Appointed by the Emperor to oversee the running of the Imperial Colonies, Colonial Governors, as well as often being the butt of jokes made in the Imperial Court, a living example of how the rampant corruption amongst the upper echelons of Imperial society have led to the erosion of proper and effective rule.
As with Satraps, no formal qualifications are required for someone to be appointed into the position of a Colonial Governor, a fact which has led to the appointment of some truly atrocious individuals, some of whom have almost driven their charges into extinction.
As with all important appointments in the Empire, it is the Emperor who has the decisive say on who is appointed as a Colonial Governor. However, as with all key appointments, there is scope for the Machiavellian minds of the Imperial Advisors and wider court to tip the balance in favour of one person or another. Unlike with the appointment of Satraps, where influential families vie for their members to be placed higher up the list of potential candidates that will eventually be put before the eyes of the Emperor, vacant Colonial Governor positions tend to produce the opposite phenomenon. Instead families and interest groups will try to get their enemies placed higher up the rankings, with the hope that they will be sent to the ends of the earth for an indefinite period of time. The office of Colonial Governor is also regarded as a position to send people that the Emperor or the Imperial court generally regard as a problem, but whom they do not want to disgrace or to be dealt with by the Imperial Inquisition for political reasons. Instead, these individuals are often sent into a form of political exile amongst one of the Imperial Colonies, where any potential damage they could cause is limited, and where a keen eye can be kept on them.
Each Colonial Governor is responsible for the administration, defence and success of the colony that they are placed in charge of. This means that they have to have a hand in all manner of decisions, from budgeting to the construction of infrastructure. Unlike Satraps, who have access to the much larger machinery of provincial organisation, Colonial Governors are not able to foist as many of their duties off onto underlings as their more illustrious counterparts, as they have far fewer underlings at their disposal. This means that they play a much large part in decision making, which has an infinite amount of potential to go wrong, as no Colonial Governor is a master of all of the areas they are responsible for, and many of them do not hold the basic bureaucratic skills to effectively manage a party, let alone a colony.
Colonial Governors are provided with a residence for them and their family to live in whilst they are in post, which provides them with a much greater deal of comfort and security than the majority of the colonists under their jurisdiction. Because of the more remote nature of the Imperial Colonies, these residences do not come near approaching the opulence of a Satrap's Provincial Palace, but they tend to be rather quirky buildings in their own right. Many, for instance, are constructed out of beached ships, generally the one that the first colonists sailed in on, whilst the Governor's Residence in Port Belliotrix is housed inside a long abandoned step pyramid that was found in the cavern in which the colony is based. Governors are also provided with their own forms of transport, they will generally have access to at least one Firewings as well as ships and land transportation. Their capacity as head of the colony’s security also means that they are provided with their own contingent of Colonial Guards to act as an escort and to protect their residence.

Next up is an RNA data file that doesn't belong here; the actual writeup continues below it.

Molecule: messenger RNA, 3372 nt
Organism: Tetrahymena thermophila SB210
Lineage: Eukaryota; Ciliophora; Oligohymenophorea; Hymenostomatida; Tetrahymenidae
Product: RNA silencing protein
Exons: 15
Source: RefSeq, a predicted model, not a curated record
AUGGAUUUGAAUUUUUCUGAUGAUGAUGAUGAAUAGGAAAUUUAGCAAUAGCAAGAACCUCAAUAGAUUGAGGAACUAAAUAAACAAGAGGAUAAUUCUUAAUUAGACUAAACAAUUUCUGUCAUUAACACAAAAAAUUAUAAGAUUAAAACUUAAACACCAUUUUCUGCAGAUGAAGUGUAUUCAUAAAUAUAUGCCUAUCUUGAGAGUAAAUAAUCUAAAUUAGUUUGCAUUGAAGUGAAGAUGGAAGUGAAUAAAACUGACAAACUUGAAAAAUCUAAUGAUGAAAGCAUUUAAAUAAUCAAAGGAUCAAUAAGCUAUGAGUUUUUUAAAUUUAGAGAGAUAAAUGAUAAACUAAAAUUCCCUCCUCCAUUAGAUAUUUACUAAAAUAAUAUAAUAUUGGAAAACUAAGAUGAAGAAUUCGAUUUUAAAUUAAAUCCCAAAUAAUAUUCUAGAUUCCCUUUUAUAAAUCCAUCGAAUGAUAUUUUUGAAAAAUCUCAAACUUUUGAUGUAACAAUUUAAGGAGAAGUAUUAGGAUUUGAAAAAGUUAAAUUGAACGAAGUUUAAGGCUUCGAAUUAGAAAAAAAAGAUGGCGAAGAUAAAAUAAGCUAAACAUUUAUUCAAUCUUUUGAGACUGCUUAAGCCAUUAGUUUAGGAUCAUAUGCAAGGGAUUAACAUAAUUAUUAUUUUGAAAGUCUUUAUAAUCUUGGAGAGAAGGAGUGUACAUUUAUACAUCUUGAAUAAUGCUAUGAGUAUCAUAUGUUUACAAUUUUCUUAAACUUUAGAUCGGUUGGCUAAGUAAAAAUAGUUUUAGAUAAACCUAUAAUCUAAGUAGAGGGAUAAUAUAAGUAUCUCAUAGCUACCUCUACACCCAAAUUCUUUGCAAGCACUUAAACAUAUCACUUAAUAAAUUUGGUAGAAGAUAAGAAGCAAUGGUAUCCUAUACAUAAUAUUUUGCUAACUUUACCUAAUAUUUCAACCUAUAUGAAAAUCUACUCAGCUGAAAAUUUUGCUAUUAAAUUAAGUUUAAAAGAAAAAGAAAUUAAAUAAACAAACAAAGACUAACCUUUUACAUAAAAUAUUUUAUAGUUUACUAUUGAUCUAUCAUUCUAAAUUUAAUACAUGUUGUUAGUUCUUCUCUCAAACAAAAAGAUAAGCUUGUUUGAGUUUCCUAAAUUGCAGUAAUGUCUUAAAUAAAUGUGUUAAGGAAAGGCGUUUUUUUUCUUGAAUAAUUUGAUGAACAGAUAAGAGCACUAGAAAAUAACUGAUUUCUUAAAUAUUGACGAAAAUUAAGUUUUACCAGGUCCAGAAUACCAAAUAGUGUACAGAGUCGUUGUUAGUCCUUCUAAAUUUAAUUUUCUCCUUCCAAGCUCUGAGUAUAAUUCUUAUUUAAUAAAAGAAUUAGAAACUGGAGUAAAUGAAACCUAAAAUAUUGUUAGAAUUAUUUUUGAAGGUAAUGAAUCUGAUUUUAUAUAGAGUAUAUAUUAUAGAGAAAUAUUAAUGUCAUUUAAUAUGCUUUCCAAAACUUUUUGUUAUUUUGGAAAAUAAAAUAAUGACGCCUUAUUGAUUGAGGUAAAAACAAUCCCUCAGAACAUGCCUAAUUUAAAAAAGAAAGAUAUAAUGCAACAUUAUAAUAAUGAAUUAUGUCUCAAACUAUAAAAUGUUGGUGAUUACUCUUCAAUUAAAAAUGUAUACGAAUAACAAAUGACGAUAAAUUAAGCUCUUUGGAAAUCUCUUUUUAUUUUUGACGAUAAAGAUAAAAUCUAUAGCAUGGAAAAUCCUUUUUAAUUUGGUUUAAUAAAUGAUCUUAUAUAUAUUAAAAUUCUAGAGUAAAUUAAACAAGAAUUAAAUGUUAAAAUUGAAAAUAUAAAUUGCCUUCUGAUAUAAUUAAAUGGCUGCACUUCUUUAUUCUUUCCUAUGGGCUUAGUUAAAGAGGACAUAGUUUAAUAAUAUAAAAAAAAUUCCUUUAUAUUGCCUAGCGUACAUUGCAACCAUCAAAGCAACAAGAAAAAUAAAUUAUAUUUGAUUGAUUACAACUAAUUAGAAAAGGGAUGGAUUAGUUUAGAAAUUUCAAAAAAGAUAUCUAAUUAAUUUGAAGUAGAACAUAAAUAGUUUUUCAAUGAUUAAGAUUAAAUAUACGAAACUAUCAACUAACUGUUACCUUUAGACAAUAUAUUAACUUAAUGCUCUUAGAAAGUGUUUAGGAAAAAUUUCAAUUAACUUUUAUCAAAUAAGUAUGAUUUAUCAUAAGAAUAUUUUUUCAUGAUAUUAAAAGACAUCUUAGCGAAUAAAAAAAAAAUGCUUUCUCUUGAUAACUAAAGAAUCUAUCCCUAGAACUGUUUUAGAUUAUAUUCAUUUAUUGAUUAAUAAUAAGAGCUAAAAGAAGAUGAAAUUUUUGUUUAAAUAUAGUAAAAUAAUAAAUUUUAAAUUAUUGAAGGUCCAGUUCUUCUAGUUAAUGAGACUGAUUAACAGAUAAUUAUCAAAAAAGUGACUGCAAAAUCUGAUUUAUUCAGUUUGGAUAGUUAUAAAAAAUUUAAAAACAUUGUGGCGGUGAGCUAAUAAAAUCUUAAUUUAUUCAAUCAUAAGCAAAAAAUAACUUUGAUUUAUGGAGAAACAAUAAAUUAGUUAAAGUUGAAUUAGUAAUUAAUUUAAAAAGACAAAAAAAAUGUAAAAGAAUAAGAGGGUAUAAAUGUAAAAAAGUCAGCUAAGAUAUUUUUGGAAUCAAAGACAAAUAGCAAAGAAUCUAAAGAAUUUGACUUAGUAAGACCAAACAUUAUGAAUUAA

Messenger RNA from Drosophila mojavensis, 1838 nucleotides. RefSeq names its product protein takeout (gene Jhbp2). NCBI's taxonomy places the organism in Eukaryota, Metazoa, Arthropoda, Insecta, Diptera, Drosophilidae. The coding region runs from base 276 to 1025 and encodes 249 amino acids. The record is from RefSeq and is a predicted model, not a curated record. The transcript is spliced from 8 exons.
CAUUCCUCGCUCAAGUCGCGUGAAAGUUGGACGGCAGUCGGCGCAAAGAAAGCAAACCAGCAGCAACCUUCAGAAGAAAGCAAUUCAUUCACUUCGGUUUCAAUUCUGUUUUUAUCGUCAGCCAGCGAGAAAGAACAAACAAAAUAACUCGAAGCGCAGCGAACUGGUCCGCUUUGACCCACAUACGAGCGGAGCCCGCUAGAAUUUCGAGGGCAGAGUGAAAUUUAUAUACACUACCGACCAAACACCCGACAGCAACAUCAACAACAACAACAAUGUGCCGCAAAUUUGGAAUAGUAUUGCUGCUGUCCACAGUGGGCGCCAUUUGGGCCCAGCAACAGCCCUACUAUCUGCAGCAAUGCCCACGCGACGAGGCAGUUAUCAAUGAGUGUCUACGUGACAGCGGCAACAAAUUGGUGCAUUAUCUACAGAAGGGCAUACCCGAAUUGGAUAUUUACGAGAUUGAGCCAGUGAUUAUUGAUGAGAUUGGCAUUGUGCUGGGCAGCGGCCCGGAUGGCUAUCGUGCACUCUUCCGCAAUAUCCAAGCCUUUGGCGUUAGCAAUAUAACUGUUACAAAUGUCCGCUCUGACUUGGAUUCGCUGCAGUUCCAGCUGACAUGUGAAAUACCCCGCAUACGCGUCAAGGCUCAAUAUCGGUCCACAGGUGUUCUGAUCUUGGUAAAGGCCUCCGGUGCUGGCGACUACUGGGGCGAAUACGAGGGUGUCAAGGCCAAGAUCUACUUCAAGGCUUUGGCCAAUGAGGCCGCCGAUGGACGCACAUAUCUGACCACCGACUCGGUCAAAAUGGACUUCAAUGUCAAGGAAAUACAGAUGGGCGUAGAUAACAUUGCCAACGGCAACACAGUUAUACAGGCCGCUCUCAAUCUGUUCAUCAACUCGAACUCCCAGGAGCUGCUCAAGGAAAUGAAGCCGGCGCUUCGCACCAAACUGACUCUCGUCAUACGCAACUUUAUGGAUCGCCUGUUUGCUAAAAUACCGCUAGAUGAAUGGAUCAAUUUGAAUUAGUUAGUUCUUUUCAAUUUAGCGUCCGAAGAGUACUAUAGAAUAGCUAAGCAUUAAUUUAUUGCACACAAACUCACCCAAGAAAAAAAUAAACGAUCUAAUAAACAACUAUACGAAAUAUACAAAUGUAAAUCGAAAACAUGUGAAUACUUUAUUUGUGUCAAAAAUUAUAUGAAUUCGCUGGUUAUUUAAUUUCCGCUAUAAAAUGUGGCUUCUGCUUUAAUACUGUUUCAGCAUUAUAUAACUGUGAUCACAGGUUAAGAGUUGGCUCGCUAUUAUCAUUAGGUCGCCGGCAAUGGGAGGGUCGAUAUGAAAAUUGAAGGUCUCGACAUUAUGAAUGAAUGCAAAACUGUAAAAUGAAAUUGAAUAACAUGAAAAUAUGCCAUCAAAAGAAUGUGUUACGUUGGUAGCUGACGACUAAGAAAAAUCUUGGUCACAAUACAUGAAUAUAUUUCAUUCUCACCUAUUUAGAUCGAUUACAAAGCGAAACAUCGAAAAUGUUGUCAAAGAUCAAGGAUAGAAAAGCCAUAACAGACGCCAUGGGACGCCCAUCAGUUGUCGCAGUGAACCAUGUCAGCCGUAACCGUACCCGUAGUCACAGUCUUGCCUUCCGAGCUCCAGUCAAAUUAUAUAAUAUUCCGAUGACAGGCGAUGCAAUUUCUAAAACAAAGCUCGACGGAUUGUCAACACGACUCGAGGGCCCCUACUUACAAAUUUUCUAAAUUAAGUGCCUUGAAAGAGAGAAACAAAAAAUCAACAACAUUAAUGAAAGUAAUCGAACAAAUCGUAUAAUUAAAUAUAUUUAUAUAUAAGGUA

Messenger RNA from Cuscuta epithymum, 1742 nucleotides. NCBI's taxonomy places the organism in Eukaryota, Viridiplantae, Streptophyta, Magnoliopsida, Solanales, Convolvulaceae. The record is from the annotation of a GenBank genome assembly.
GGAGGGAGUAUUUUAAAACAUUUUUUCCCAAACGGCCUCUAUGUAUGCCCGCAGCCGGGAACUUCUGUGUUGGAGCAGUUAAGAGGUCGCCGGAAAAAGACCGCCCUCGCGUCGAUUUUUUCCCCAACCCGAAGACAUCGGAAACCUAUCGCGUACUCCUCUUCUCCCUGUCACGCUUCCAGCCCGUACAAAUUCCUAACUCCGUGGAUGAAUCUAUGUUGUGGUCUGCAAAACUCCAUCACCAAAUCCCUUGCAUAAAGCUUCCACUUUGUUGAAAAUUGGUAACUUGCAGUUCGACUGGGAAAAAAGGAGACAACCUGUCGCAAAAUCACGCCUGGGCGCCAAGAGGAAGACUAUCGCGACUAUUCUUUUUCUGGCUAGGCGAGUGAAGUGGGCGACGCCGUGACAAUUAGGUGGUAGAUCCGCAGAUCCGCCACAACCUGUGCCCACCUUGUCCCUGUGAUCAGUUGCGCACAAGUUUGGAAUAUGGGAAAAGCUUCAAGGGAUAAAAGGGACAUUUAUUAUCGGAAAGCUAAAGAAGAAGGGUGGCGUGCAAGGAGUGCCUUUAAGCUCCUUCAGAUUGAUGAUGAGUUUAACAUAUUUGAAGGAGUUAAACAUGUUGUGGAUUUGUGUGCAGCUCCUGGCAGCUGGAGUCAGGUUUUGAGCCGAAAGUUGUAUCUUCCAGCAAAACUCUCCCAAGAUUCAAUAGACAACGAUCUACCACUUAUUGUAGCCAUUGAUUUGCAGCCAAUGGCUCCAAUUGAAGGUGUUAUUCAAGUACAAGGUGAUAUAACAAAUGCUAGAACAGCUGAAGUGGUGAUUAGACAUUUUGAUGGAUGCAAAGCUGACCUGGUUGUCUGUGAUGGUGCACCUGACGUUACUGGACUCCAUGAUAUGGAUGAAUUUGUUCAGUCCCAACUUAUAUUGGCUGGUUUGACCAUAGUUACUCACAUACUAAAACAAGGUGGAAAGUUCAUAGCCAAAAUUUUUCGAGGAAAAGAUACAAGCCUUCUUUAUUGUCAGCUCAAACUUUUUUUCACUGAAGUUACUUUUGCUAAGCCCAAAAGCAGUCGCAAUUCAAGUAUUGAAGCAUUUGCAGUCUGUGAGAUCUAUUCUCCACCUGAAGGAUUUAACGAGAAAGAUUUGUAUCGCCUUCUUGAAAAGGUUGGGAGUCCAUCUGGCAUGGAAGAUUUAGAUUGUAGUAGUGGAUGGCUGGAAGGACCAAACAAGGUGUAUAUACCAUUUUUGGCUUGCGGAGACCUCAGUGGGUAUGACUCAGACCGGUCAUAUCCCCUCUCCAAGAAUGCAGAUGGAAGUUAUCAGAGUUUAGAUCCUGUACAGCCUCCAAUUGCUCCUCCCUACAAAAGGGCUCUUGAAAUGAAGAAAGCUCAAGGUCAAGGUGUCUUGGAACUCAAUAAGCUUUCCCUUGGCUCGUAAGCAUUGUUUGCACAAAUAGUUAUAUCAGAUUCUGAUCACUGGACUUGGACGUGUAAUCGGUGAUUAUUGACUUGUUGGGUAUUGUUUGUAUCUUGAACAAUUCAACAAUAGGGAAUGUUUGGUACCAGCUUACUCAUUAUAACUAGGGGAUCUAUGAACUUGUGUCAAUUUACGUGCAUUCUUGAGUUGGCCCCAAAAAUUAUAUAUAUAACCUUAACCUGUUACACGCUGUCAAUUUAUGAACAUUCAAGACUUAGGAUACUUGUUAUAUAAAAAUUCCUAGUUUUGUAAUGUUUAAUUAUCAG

Grounds for Removal/Dismissal
Just as with Satraps, the removal of a Colonial Governors is entirely down to the prerogative of the Emperor. However, because the majority of the Imperial Colonies lie so far away from the rest of civilisation Colonial Governors find themselves in a much safer position than the Satraps of the Provinces do, which means that it is much rarer for them to be dismissed from office. The kind of disasters that would certainly lead to the dismissal of a Satrap rarely come to the ear of the Emperor, though members of the Imperial Inquisition and certain advisors in the Imperial Court will certainly be aware of everything that goes on in the colonies. As a result, Colonial Governors can get away with far more heinous blunders than their more esteemed colleagues can and their mistakes or crimes have to be of particularly monstrous proportion for the Emperor’s Advisors to recommend the dismissal of the incumbent.